How exactly is the age of a coin being determined upon receipt for short term/long term investment classification? If I send myself my own bitcoin from my personal wallet (with a token age of several years) to my Coinbase account in order to sell, I’d like that to be classified as a LONG TERM investment specifically. (The Wallet I’m using cannot sync with Cointracker and it’s out of the question to change wallets). How do I determine how it is being classified and how can I reconfigure if necessary? Is there a way to maintain the age of the token from the sending address in those situations?
Also, maybe somewhat related, where is there a precise definition of all of the transaction types? ie. if I want to know the difference between transfer, sent, sold, received, etc… where can I find that? Can anyone provide a link?
I did find this document for the types of transactions in cointracker:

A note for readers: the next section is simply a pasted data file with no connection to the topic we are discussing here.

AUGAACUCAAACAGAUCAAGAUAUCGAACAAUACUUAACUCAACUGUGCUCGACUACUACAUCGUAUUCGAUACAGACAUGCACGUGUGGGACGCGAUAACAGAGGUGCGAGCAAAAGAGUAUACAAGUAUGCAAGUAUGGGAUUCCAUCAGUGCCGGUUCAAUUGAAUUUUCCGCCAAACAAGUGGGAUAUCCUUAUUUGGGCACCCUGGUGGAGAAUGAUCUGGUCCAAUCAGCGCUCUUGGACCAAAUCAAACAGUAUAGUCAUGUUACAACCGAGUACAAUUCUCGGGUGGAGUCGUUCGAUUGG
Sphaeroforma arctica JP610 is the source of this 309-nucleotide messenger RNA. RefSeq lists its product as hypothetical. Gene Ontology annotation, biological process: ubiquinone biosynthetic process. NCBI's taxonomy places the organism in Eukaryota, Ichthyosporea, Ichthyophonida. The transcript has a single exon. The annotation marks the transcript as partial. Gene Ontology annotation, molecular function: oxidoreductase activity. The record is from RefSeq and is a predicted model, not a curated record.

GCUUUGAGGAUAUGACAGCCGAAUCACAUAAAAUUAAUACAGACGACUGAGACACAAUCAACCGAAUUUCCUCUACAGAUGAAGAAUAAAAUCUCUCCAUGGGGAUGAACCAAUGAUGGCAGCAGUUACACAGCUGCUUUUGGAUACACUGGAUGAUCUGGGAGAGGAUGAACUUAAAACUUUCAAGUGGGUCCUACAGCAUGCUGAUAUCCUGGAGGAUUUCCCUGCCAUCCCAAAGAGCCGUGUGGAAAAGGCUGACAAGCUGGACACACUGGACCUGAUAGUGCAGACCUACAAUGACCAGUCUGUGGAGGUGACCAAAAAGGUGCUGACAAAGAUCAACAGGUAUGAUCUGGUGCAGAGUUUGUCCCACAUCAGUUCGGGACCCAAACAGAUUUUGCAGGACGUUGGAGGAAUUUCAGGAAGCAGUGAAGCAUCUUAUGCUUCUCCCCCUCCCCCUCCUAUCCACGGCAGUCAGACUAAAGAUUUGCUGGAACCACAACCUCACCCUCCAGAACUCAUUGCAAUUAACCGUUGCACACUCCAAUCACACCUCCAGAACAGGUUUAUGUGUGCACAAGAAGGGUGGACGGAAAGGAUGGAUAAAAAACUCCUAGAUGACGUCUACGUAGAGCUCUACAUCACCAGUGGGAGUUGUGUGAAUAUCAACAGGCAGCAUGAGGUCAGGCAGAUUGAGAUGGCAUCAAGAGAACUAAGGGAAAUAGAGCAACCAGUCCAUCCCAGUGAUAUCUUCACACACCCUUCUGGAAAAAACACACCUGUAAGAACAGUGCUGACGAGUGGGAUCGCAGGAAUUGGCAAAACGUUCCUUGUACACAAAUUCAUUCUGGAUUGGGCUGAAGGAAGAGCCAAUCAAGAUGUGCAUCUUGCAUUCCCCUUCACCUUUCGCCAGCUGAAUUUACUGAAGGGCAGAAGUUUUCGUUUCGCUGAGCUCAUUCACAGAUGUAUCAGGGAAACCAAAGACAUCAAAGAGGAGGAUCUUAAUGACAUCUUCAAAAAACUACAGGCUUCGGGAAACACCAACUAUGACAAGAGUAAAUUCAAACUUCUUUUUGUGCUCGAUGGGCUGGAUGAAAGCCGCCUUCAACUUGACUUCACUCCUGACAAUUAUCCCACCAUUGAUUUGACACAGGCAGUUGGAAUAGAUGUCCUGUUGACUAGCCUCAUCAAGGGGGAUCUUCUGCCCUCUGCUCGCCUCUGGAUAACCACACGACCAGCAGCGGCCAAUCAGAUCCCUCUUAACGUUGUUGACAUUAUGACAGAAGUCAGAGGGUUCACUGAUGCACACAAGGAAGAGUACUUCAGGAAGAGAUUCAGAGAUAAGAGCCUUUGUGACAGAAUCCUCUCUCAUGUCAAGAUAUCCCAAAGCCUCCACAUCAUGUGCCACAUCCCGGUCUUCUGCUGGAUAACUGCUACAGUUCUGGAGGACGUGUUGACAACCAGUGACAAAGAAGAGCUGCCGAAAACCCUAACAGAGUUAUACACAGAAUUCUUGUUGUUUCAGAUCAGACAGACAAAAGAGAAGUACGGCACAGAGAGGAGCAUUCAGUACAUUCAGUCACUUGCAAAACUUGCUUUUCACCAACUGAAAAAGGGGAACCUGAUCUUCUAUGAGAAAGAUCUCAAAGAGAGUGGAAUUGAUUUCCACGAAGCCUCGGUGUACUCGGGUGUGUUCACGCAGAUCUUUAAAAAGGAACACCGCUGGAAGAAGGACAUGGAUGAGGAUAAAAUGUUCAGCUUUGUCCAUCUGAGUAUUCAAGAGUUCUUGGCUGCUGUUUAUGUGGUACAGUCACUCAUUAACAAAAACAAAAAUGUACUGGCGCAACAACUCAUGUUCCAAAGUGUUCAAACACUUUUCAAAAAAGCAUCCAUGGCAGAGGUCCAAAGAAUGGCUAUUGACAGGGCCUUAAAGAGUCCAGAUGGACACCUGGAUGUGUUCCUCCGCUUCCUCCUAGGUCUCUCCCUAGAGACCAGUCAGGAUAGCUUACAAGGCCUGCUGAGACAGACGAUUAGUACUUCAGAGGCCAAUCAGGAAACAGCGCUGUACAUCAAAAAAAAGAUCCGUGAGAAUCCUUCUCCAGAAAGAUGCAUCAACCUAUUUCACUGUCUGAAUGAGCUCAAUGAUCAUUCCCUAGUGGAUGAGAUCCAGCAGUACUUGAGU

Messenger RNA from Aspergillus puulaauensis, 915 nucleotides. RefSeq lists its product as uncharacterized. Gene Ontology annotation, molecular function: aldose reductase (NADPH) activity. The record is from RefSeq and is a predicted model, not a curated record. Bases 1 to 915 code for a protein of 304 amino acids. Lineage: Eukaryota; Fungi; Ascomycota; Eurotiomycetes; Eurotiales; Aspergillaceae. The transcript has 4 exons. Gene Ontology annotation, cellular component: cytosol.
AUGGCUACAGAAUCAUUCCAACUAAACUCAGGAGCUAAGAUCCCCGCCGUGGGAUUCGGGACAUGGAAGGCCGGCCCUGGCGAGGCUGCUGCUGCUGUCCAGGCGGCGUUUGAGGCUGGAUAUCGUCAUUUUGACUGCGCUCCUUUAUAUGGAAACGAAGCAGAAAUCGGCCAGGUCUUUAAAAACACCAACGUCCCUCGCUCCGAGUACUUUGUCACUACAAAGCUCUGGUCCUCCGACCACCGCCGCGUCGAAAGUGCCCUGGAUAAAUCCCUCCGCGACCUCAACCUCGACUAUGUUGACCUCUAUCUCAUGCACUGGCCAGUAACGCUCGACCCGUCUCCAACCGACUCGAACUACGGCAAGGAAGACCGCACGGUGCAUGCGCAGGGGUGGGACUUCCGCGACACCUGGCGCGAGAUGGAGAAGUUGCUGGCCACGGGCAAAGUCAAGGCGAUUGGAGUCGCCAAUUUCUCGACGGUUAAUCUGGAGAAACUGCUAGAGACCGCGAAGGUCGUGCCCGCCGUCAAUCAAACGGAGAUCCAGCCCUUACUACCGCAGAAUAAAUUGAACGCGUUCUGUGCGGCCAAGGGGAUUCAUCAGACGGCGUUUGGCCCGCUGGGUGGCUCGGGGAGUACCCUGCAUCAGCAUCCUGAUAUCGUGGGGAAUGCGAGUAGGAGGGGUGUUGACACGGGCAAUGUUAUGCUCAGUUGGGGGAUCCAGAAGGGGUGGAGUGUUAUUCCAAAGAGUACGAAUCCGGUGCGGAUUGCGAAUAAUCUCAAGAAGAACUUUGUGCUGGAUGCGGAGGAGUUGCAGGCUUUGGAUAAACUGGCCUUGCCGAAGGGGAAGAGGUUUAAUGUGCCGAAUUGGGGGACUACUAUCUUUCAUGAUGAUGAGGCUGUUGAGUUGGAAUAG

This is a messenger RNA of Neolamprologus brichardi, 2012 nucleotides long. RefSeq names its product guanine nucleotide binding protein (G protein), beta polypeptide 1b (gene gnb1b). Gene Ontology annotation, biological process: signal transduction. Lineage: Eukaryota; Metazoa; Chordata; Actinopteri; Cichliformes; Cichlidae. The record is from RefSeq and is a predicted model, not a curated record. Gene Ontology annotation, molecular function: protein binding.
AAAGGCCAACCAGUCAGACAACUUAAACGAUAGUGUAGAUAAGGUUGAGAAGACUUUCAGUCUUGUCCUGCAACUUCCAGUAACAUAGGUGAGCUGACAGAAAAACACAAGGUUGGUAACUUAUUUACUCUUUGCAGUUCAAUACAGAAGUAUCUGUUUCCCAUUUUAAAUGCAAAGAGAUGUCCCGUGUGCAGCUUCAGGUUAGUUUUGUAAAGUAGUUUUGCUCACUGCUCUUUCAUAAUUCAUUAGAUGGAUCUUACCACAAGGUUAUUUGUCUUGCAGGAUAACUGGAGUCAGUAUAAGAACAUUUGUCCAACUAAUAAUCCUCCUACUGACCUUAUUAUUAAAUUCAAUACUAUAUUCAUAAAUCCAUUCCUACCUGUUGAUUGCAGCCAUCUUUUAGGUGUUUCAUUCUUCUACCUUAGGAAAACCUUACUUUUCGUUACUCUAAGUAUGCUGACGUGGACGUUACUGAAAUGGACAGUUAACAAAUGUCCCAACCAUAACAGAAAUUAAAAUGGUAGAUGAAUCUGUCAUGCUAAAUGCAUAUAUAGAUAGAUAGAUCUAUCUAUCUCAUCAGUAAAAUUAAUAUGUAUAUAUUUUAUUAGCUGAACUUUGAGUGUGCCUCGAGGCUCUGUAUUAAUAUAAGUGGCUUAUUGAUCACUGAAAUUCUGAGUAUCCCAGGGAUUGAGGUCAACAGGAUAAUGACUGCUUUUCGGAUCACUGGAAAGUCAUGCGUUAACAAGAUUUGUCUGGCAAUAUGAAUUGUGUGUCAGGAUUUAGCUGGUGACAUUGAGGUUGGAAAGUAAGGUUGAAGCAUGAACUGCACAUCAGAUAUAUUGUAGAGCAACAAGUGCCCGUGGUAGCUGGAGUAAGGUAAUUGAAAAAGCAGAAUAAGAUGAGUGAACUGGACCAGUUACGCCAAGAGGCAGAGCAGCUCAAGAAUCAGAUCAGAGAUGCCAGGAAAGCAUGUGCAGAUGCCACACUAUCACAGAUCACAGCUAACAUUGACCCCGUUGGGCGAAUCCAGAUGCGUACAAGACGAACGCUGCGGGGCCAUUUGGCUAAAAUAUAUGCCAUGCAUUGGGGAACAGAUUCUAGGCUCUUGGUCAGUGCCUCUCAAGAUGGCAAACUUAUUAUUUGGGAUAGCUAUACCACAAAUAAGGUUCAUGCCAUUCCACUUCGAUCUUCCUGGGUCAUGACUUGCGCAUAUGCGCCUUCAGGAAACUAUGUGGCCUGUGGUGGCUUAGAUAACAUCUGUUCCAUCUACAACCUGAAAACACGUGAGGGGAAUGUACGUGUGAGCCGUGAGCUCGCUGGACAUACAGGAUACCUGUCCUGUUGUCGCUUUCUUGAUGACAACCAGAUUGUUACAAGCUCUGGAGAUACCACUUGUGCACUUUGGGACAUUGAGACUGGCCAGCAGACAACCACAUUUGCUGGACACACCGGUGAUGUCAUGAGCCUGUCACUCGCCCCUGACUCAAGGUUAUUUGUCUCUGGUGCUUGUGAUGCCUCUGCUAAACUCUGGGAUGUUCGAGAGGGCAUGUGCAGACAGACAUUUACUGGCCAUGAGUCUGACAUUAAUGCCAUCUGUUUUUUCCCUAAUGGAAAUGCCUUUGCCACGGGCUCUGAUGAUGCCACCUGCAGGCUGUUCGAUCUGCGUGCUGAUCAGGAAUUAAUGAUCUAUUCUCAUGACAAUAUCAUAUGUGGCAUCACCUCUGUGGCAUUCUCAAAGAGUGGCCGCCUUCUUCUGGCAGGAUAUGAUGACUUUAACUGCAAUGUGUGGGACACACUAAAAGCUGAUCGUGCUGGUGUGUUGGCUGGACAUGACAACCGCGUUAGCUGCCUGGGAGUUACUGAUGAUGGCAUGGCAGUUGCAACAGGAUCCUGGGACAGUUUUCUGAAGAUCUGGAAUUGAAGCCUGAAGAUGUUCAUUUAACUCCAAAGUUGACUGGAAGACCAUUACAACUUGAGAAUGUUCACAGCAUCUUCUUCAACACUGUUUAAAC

Be sure to tag the transaction between your wallet and Coinbase as a TRANSFER. This is very important. Not sure how contracker internally accounts for this, but if classified as a Send/Receive or Exchange then it’ll be considered a new taxable transaction and will reset the date/time assigned to the coins which impacts your long term/short term capital gains calculations.
Do you have a lot of transactions on your local wallet? If so, it may be important that you add your local wallet via CSV import to contracker otherwise you may have to perform manual adjustments to all transactions in/out of that wallet. See this document:
On understanding how dates/times of transactions, plus your LIFO/FIFO/HIFO settings, impact long term/short term tax calculations in contracker, I think you’ll find the answer on this page. Be sure to check your LIFO/FIFO/HIFO settings.
- FIFO - the first coin that you purchase (chronologically) is the first coin counted for a sale (first in, first out)
- LIFO - last coin that you purchase is the first counted for a sale (last in, first out)
- HIFO - doesn’t matter when you purchased, but how much your paid (highest in, first out)
More in this document:
Are you in the USA or another country?